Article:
Quick Results
Publications

EU-U.S. Privacy Shield Grows Stronger with Passing of Judicial Redress Act

Share

On February 24, 2016, President Obama signed the Judicial Redress Act of 2015, and the United States took a major step toward formalizing the EU-U.S. Privacy Shield.

Negotiators for the United States and European Union Commission recently announced the EU-U.S. Privacy Shield, which is the new data transfer framework replacing the Safe Harbor Program. The new framework has not yet been formalized, but in signing the Judicial Redress Act, President Obama and the United States took a major step toward doing so.

A main focus of the EU-U.S. Privacy Shield is protecting the privacy rights of EU citizens and providing some avenue for legal redress against the United States. The Judicial Redress Act accomplishes legal redress by allowing citizens of certain foreign countries to sue the federal government under very specific circumstances for alleged privacy violations. Importantly, the Act does not relate to or otherwise allow for such lawsuits against U.S. companies, businesses or entities. It applies only to the federal government.

The overarching purpose of the Act is to give citizens of certain foreign countries similar rights to those enjoyed by U.S. citizens under the 1970's Privacy Act. A U.S. citizen's ability to access or correct data maintained by the federal government comes from the Privacy Act. It is no secret the federal government collects data on virtually everyone. The IRS, for example, has wage and tax information, and if you have ever applied for a passport, the State Department has your photograph. In the '60s and early '70s, the federal government freely shared this data with private third-parties, such as insurance companies, advertisers and banks. For obvious reasons, the public opposed this practice, and Congress eventually passed the Privacy Act. The Privacy Act forbids certain federal agencies from disclosing an individual's data to anyone, including other federal agencies. Of course, there are exceptions to this prohibition; with the law enforcement exception being the most well-known.

The Privacy Act (like other federal laws, such as the Freedom of Information Act) allows U.S. citizens to request their data from a federal agency. To facilitate this, the Act requires a federal agency to publically identify and name any recordkeeping system storing an individual's data. The Privacy Act further allows U.S. citizens to sue the federal government if a federal agency: (i) unlawfully discloses their data; (ii) refuses to amend or correct their data; or (iii) collects data specifically excluded from the Act (such as data "describing how an individual exercises rights guaranteed by the First Amendment").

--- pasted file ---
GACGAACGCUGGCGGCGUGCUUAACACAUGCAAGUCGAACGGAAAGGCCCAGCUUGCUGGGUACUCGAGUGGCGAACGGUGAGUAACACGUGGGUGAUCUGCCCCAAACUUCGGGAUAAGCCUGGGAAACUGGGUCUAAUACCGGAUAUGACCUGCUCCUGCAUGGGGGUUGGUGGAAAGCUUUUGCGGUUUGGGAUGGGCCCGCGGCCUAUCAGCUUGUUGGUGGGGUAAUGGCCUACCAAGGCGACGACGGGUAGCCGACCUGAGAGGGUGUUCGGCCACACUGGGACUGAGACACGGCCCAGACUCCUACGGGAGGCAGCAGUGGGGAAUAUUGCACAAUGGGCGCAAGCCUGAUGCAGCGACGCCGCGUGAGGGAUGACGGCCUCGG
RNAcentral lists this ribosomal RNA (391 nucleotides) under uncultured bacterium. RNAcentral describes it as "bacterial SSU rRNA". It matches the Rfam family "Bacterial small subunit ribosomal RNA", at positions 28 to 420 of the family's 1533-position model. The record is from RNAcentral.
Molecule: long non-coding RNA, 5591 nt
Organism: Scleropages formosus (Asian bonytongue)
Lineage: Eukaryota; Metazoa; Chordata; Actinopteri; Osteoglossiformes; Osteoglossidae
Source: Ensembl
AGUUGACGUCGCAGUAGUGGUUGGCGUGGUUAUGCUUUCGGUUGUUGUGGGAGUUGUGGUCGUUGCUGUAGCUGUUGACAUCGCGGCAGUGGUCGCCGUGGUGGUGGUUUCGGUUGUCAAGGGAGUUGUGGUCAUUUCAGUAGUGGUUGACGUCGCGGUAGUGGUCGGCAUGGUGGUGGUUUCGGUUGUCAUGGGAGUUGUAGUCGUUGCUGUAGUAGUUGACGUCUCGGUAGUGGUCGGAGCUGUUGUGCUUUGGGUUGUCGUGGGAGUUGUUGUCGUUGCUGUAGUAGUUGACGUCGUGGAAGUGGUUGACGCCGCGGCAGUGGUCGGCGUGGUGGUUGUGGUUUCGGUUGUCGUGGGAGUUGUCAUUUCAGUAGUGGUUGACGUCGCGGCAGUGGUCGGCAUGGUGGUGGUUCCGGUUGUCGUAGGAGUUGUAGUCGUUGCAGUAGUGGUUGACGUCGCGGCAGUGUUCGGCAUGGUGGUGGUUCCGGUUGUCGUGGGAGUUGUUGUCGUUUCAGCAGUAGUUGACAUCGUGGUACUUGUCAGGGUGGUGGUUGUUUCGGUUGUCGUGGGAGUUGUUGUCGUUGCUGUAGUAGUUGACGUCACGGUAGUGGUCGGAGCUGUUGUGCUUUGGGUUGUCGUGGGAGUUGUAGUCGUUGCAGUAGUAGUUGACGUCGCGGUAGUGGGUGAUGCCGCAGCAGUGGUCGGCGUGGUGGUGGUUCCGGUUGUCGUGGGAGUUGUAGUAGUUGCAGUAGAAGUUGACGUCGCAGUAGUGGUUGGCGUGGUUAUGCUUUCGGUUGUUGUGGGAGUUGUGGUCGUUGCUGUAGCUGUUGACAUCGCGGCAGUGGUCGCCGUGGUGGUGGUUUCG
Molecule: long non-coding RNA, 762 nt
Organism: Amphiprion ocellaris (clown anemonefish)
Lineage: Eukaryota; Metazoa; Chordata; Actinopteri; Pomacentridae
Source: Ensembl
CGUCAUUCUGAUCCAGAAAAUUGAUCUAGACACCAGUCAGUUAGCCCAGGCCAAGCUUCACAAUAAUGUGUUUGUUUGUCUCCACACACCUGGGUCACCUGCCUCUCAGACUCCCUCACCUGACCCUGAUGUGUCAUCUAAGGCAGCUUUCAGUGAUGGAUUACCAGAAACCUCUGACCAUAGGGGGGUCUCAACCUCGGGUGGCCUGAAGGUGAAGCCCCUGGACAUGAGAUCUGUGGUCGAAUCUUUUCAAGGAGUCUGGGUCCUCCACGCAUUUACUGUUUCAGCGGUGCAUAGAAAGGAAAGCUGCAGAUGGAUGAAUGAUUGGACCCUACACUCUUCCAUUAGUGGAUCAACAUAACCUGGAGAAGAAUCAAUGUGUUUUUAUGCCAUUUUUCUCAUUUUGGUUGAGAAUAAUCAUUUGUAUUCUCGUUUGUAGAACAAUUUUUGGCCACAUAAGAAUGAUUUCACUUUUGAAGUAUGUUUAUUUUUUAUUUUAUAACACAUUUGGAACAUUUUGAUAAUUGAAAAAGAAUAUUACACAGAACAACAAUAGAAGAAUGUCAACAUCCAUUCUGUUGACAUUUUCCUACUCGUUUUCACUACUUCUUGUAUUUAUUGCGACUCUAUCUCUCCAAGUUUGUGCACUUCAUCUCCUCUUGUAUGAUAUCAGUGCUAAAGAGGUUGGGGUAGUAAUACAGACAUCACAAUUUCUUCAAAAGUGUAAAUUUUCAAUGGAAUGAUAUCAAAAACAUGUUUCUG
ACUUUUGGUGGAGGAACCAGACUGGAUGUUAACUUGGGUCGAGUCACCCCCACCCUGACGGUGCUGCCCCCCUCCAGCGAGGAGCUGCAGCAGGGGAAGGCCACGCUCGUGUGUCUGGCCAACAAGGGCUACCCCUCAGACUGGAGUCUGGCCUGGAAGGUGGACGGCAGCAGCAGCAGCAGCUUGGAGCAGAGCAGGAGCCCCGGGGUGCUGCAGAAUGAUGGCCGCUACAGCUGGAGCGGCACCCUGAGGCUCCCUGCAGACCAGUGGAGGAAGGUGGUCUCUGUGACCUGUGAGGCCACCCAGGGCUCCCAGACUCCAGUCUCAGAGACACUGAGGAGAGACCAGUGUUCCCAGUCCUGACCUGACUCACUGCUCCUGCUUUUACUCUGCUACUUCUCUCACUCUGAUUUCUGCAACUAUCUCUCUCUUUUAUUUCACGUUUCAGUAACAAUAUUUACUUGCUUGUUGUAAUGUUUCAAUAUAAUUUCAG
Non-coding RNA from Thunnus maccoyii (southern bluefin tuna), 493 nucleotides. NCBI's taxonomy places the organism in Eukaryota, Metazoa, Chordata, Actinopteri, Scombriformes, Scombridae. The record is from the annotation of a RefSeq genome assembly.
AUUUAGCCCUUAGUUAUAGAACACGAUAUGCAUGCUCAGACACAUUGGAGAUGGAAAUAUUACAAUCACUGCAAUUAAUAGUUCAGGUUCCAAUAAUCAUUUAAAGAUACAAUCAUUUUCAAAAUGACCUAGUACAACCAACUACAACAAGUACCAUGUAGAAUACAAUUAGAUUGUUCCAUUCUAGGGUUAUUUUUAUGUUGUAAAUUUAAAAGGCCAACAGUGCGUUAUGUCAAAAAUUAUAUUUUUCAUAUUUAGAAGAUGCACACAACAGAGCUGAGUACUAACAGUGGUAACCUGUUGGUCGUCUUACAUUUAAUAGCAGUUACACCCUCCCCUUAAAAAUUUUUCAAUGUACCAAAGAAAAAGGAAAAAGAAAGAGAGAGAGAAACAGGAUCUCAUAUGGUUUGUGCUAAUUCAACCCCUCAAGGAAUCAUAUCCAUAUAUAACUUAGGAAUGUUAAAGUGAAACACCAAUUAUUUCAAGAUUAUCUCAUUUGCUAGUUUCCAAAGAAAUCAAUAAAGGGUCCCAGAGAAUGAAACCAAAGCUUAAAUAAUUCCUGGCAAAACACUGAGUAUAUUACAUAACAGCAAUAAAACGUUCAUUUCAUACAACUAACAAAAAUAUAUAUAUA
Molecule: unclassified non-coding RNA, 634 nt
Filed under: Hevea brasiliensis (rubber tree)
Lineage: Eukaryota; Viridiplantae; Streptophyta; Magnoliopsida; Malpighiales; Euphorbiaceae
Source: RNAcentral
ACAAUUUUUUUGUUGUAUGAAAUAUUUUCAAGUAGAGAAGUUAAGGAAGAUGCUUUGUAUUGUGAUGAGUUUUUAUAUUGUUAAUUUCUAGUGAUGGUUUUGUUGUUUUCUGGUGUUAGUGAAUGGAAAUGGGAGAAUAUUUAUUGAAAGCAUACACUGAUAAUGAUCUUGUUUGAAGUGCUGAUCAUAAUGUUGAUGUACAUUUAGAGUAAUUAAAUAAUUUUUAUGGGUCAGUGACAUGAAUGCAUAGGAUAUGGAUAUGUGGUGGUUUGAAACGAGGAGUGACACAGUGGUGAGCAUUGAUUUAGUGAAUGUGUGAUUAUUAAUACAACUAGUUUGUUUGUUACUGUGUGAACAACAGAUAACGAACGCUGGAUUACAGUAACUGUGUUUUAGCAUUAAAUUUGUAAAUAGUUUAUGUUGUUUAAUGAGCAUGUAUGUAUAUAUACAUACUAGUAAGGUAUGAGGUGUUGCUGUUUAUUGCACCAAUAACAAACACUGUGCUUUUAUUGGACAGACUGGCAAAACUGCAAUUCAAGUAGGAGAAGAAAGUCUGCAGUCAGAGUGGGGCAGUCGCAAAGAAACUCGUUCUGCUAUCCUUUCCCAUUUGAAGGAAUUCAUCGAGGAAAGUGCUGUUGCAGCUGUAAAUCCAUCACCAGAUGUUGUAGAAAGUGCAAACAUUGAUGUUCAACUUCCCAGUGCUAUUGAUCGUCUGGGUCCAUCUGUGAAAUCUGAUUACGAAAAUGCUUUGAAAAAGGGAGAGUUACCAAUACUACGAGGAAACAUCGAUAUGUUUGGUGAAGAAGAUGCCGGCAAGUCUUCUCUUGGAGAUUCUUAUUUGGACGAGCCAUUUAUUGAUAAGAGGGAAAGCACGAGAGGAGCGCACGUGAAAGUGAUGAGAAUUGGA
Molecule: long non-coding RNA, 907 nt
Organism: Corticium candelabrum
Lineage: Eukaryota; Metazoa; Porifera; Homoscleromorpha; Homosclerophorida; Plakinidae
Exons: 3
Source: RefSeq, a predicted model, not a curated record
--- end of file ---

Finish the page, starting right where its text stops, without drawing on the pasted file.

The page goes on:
The Privacy Act applies only to U.S. citizens (and permanent U.S. residents). The Judicial Redress Act changes this, and when signed into law, citizens of certain foreign countries will enjoy similar rights to those enjoyed by U.S. citizens under the Privacy Act. This is key to finalizing the EU-U.S. Privacy Shield. Also key to finalizing the EU-U.S. Privacy Shield is legal redress. Under the Judicial Redress Act, citizens of certain foreign countries can sue the federal government for: (i) unlawfully disclosing their data; and/or (ii) refusing to amend or correct their data. Notably, such lawsuits are subject to the same restrictions as those brought by U.S. citizens under the Privacy Act. Nothing in the Judicial Redress Act allows or otherwise empowers a foreign citizen to sue a U.S. company, business or entity.

President Obama's signing of the Judicial Redress Act takes the U.S. and EU one important step closer to finalizing the EU-U.S. Privacy Shield. Once finalized, routine data exchanges between the U.S. and EU will hopefully return to normal. For more information on precautions and other steps your company should take in the meantime, please contact the author of this alert, Zachary Busey, or any members of the Firm's Privacy and Information Security Team.

Email Disclaimer

NOTICE: The mailing of this email is not intended to create, and receipt of it does not constitute an attorney-client relationship. Anything that you send to anyone at our Firm will not be confidential or privileged unless we have agreed to represent you. If you send this email, you confirm that you have read and understand this notice.
Cancel Accept